Importance of Rotating Site, Injection, and Glucose Testing Locations


          Most Type 1 diabetics have to test their blood sugar about 6-8 times on a good day and upwards of 10 times a day with uncontrolled numbers. We give anywhere from 3-8 shots a day or more if we are brittle diabetics. All of the pokes can be pretty annoying and at times painful. Also they can be very damaging on the body if not moved around frequently. This blog is going to explain the importance of rotating where you prick, inject, and insert your various diabetes supplies.

           If you have been a diabetic for a long amount of time (over a year in my book) you will notice that your fingers begin to build up callouses and become harder to get blood out of. This is normal and we all have certain fingers that we prefer to poke because for some reason they bleed, and they are not quite as sensitive as other fingers. Personally, it’s my middle and ring fingers on my left hand that bleed well and don’t hurt as bad when they are pricked. However, it is important to remember to alternate which fingers you prick. If you don’t alternate fingers and give frequently used fingers a brake you may build up so much scar tissue and callouses that you may begin to lose feeing in the tips of your fingers and the damage may be irreversible. A good tip the doctor gave was to always prick on the side of the fingers I remember when I was about eleven, I was tired of pricking my fingers for the past two years to get blood and they found out you could prick your forearm to test. Well, that was too awesome to me because the arm didn’t hurt nearly as bad as the fingers did to prick. So, I got into the habit of pricking the same spot over and over on my left arm. As you can imagine I built up a lot of scar tissue in the one spot and the skin lost its elasticity so that spot on my arm is slightly raised and I have some nerve damage on it because I don’t have as much feeling there as I used to.

          Another thing I have experienced is infections from leaving pump sites in too long. It certainly isn’t anything I would recommend now but I have kept a site in for over 2-3 days before. It was only out of desperation or just plain laziness and indifference towards my diabetes when I was very depressed. This was a terrible idea with very bad consequences. I remember being on vacation once and not having time in my mind to fully change my site. So I just filled up the reservoir and kept going. The site got infected, and it hurt so bad I could not put on a seat belt on the plane without severe pain on my stomach. After I got off the plane I had to remove the site because I could no longer stand the pain and when I did it was disgusting. I will spare everone reading the details, but I had to call the doctor and get them to look at it and I was prescribed some antibiotics thankfully they didn’t have to go the route of surgery for it but it was very close.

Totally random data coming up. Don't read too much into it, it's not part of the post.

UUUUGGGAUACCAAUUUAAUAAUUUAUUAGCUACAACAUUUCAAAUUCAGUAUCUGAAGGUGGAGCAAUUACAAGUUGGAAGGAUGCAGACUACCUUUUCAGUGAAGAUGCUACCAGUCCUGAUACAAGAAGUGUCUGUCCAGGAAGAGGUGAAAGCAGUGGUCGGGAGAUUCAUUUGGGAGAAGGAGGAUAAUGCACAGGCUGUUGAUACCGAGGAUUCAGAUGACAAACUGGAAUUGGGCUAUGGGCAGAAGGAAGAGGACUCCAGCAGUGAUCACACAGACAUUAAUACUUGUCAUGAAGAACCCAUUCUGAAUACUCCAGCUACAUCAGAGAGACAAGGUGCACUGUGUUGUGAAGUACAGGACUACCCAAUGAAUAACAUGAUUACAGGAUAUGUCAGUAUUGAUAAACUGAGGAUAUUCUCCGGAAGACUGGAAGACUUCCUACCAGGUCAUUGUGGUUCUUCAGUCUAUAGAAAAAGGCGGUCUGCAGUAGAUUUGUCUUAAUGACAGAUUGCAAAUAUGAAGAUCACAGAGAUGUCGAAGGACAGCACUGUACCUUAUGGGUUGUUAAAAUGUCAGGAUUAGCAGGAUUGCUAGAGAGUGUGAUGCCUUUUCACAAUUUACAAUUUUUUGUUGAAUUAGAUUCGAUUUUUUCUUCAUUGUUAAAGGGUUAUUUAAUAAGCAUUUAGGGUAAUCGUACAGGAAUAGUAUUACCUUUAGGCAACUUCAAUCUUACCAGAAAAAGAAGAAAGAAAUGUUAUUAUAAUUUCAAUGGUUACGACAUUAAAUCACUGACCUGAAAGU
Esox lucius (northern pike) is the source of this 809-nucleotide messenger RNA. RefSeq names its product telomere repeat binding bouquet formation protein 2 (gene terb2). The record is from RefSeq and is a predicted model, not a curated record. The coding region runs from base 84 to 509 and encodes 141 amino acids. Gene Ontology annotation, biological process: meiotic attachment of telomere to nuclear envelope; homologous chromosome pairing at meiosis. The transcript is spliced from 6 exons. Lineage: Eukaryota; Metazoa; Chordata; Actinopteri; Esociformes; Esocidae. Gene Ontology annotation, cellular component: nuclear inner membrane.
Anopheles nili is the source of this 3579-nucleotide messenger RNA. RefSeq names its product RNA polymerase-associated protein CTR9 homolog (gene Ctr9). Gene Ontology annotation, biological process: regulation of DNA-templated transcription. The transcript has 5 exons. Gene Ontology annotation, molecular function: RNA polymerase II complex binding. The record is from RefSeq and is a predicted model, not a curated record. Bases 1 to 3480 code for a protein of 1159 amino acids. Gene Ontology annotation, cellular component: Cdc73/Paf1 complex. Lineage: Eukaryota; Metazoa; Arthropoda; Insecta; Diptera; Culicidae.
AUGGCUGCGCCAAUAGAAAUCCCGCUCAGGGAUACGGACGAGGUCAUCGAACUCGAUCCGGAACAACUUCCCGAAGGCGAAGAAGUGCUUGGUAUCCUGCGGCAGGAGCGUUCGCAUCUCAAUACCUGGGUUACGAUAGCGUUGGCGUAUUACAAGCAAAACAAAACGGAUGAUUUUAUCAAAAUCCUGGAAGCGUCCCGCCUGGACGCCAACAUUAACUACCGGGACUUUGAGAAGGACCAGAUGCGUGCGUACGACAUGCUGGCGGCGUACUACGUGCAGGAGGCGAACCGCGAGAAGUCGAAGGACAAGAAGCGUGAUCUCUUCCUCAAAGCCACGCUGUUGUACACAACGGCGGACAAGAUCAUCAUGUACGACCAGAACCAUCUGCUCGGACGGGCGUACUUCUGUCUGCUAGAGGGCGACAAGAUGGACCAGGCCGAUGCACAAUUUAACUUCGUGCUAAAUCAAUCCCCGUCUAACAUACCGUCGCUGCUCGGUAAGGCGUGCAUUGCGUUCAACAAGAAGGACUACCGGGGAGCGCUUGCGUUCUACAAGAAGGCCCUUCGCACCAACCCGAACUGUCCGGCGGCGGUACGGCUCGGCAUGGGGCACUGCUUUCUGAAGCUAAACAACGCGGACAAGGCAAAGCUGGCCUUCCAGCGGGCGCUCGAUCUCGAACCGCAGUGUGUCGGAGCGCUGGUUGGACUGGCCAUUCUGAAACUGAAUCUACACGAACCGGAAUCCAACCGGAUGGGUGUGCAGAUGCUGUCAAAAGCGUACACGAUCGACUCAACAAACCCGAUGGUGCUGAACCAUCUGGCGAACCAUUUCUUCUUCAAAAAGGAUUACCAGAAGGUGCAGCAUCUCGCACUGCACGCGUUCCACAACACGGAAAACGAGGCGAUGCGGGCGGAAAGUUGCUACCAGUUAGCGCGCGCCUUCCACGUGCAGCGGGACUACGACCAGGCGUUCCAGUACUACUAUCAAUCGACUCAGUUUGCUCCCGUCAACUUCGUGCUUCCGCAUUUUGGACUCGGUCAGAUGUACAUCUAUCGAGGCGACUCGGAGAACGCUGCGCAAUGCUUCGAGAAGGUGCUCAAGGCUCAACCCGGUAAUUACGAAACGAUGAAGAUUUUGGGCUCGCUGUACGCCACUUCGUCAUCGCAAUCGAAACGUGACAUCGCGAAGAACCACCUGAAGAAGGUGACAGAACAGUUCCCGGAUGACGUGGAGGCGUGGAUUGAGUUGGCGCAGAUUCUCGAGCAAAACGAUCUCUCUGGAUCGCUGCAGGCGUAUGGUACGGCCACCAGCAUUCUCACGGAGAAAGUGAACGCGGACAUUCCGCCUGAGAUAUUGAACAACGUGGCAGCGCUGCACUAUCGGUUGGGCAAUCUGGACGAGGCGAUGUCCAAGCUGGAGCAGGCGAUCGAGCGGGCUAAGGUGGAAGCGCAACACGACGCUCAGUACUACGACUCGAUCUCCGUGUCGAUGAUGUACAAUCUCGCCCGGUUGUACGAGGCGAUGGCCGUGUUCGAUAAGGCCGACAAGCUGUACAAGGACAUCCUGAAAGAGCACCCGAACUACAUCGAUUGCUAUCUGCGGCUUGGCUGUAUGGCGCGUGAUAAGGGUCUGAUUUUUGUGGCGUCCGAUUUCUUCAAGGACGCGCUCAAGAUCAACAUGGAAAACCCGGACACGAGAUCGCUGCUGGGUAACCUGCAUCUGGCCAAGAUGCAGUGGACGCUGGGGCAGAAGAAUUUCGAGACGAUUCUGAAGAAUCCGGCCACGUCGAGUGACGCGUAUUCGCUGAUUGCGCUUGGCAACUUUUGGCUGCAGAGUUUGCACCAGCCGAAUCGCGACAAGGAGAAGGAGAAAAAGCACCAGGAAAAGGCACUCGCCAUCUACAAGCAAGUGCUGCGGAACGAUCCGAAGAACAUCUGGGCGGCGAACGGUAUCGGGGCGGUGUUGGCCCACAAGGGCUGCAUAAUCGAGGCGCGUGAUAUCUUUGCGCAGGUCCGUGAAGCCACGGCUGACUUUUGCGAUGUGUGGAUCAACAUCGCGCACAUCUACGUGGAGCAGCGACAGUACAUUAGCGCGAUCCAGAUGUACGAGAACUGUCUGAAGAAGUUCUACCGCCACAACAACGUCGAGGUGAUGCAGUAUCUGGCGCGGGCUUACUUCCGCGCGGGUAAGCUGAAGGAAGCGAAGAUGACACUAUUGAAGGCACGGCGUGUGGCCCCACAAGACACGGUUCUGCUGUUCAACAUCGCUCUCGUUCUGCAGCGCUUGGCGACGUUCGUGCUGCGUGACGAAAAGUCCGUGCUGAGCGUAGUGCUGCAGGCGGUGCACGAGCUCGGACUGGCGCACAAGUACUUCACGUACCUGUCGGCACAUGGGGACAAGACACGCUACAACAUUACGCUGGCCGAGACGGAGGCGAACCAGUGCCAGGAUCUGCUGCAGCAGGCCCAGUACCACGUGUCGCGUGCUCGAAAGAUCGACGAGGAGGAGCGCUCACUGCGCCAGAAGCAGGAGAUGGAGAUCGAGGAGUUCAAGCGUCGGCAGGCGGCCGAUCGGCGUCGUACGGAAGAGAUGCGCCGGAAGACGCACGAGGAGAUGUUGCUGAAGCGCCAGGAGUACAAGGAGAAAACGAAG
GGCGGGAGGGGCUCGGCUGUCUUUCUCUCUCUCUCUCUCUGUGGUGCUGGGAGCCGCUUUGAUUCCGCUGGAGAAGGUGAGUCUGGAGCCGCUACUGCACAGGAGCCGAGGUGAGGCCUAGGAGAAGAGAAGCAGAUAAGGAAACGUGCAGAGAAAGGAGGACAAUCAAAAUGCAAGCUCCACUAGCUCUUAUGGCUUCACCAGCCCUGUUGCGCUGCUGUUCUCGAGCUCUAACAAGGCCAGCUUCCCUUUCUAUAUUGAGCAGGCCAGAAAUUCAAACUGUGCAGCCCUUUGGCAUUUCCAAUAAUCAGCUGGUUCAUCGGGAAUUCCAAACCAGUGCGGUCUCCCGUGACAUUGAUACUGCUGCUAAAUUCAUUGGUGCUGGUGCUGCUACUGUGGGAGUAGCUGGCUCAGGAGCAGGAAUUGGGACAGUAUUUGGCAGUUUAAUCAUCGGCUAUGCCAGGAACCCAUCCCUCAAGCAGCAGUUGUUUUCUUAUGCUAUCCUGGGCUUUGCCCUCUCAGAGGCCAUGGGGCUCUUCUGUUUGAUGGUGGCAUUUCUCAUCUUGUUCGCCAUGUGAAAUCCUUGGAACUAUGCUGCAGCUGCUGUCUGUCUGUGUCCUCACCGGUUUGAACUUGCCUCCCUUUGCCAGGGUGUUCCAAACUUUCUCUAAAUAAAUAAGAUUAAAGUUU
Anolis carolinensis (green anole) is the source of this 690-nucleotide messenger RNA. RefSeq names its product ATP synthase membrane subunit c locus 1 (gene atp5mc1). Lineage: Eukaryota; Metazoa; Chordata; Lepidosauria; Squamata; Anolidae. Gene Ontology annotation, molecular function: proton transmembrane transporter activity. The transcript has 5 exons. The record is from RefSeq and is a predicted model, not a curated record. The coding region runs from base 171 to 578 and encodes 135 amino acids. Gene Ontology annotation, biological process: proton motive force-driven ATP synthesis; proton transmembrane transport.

Injections should also be moved around regularly so the body can better absorb the insulin. Insulin gets injected into the fatty parts of the body and therefore gets absorbed into the bloodstream from the fatty tissue. It works best injected into the abdomen but the butt, love handle area, thighs, and the back of the arm work fine too. Just as long as you are sure to give well used areas a break every now and then. All areas need to be cleaned with alcohol before an injection/ insertion of a site/ or a prick and all areas need time to heal after they are taken out. However, if we inject in several different areas then we will keep all the different site locations healthy and ready to be used again next time we need to.

          By following these easy to do instructions you will keep your body healthier which in turn will help keep your numbers down. It will also help with quicker and more effective insulin absorption into the bloodstream and we all definitely want that quick absorption rate to flatten those glucose spikes. Changing which finger you check on will also help save sensitivity in your fingertips and reduce the chance of nerve damage to the fingers.

By: Miranda Montgomery (Type 1 diabetic for 20+ years) Admin for Type 1 Diabetes Support Group on Facebook with 13.6 K members

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